To avoid being sent away or causing scandal for their families, noble women probably resorted to crude forms of contraception such as placing a rock in the vaginal cavity to block the opening to the cervix, something that might cause infection and scarring of the tissues. Maybe by the time Catherine became Queen, it was not just Henry who was infertile.
At any rate, her family soon noticed after her marriage that she was not becoming pregnant, and some fictional depictions suggest that they advised her to take a lover to impregnate her and help secure her position, as their fortunes were riding on hers. Maybe that is why Catherine allowed Thomas Culpeper into her bed. With an ailing, obese cripple for a husband who was approximately 30 years older than her, she probably also longed for the young, virile men she had dallied with under her step-grandmother’s not so careful watchful eye. Again the question might be asked, why did she not become pregnant? Either she, herself, was indeed infertile, or she was keeping up with the contraceptives because she knew her husband was impotent and despite her lack of formal education, she was still smart enough to realize she would not be able to convince the King that he had fathered a child of hers, in other words, place a cuckoo in the nest.
As it was, the ghosts of her past were beginning to come out of the dark to haunt her. One of her former lovers used extortion to receive a position at court, and rumors of her indiscretions began making the rounds and were received with much devilish joy by the Protestant faction that wished to bring down the Catholic Howards. When word reached Henry that his “rose without a thorn” had in fact been poked many times and even by one of his favorite and most trusted courtiers, he broke down and allowed all those involved to be interrogated and subsequently executed.
In a last ditch effort to save her life, Catherine managed to escape from her house arrest and ran screaming down a corridor to speak to her husband and beg his forgiveness. The guards caught up to her, however, and she was dragged away. She was later beheaded in the Tower of London and buried next to her cousin, Anne Boleyn. Her family, having now lost 2 daughters, one to the sword and one to the axe, fell from favor, with its leading members, a duke and an earl, eventually imprisoned.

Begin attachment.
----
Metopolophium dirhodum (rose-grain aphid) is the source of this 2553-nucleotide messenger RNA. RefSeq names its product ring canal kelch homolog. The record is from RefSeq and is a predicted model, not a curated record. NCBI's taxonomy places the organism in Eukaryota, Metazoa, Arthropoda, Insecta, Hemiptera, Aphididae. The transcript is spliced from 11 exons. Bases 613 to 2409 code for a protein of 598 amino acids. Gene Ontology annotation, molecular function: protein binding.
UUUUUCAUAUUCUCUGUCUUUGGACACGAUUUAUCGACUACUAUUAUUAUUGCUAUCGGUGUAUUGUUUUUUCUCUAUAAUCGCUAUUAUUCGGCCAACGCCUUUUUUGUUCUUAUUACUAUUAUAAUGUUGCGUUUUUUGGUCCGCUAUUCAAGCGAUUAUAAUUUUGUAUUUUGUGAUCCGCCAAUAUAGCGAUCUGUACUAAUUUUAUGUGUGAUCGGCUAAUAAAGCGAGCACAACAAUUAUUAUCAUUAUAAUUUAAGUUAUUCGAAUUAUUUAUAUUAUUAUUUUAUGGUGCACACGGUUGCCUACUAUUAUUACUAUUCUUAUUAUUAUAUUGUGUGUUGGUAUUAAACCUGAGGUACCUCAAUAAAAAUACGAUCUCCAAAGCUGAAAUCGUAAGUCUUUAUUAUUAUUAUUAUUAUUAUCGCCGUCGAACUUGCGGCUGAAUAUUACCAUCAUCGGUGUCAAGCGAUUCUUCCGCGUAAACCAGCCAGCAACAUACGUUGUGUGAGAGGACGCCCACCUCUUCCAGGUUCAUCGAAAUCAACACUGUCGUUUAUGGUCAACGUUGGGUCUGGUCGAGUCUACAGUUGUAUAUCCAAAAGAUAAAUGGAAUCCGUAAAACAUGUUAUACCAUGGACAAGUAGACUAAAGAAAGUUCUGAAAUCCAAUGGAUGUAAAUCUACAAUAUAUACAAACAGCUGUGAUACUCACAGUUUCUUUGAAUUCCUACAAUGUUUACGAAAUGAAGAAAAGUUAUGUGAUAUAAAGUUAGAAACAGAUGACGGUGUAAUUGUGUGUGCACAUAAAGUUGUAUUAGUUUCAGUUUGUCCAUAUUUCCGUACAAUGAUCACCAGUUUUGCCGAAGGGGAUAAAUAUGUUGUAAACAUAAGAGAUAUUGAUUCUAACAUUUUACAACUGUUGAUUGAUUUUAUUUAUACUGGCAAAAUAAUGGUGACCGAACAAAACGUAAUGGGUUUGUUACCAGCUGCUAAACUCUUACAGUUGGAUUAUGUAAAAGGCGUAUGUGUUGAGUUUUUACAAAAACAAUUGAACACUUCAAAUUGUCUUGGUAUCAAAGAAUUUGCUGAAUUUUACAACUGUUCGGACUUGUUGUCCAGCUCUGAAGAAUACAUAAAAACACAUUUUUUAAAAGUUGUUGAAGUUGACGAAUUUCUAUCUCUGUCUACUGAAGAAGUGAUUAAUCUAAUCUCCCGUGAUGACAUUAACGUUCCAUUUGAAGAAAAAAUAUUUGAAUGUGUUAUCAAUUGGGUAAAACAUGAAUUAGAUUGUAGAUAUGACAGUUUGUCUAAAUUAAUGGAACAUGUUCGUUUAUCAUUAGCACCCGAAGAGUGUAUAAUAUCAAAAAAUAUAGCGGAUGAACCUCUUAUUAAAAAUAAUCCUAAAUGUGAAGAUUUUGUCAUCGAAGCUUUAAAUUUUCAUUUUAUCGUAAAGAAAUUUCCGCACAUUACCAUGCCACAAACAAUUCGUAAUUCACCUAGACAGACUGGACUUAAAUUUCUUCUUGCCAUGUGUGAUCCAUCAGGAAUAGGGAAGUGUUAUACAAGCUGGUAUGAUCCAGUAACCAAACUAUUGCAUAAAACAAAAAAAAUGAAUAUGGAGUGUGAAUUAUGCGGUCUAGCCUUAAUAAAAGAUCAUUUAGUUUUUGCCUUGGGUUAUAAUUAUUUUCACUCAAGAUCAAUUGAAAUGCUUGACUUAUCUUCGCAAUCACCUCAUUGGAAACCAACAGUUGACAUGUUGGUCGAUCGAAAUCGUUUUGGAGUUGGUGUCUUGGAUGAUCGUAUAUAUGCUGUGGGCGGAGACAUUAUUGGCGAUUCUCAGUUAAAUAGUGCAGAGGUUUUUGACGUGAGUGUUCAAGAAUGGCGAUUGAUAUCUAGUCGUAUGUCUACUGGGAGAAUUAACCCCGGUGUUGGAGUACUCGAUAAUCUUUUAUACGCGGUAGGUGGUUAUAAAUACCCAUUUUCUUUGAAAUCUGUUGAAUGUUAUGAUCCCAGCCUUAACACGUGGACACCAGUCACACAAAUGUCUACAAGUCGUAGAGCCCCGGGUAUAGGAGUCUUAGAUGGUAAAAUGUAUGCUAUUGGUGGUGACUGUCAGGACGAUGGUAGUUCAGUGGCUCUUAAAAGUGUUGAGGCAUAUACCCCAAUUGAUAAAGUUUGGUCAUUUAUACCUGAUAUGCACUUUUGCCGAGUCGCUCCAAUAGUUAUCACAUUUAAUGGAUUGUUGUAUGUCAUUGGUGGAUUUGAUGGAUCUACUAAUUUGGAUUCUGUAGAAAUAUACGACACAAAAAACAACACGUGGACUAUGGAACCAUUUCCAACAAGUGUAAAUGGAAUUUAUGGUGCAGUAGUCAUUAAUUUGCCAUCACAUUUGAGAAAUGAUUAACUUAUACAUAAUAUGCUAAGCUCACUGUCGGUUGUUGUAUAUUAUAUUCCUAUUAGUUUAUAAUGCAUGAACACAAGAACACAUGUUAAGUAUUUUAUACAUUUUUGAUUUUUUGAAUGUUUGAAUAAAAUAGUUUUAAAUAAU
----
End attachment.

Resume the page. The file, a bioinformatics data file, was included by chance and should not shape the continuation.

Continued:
Unlike Anne Boleyn who died in her 30s, Catherine Howard died probably still a teenager, a teenager who played out of her league against forces too powerful for her.
For all of her unsuitability as queen, one, however, still feels sorry for her, as she appears to have been a young, neglected, fun-seeking girl who was used by her family as a political pawn and whose only whose crime appears to be that she sought warmth and companionship through sex. In the end, she is simply one of six women who had the misfortune of marrying Henry VIII.
Of course, there is no actual evidence that Catherine and Thomas Culpeper had committed adultery. Both denied it, and Thomas only confessed under torture. The real reason why Catherine never became pregnant might actually be quite simple – in an ironic twist, perhaps the alleged “Messalina of the Tudor Court” did not have enough sex!
If you liked this article and would like to receive notification of new articles, please feel welcome to subscribe to History and Headlines by entering your email address at the top right of this page or like us on Facebook.
Your readership is much appreciated!
For more information, please see…[AMAZONPRODUCTS asin=”0615969526″][AMAZONPRODUCTS asin=”1848685211″]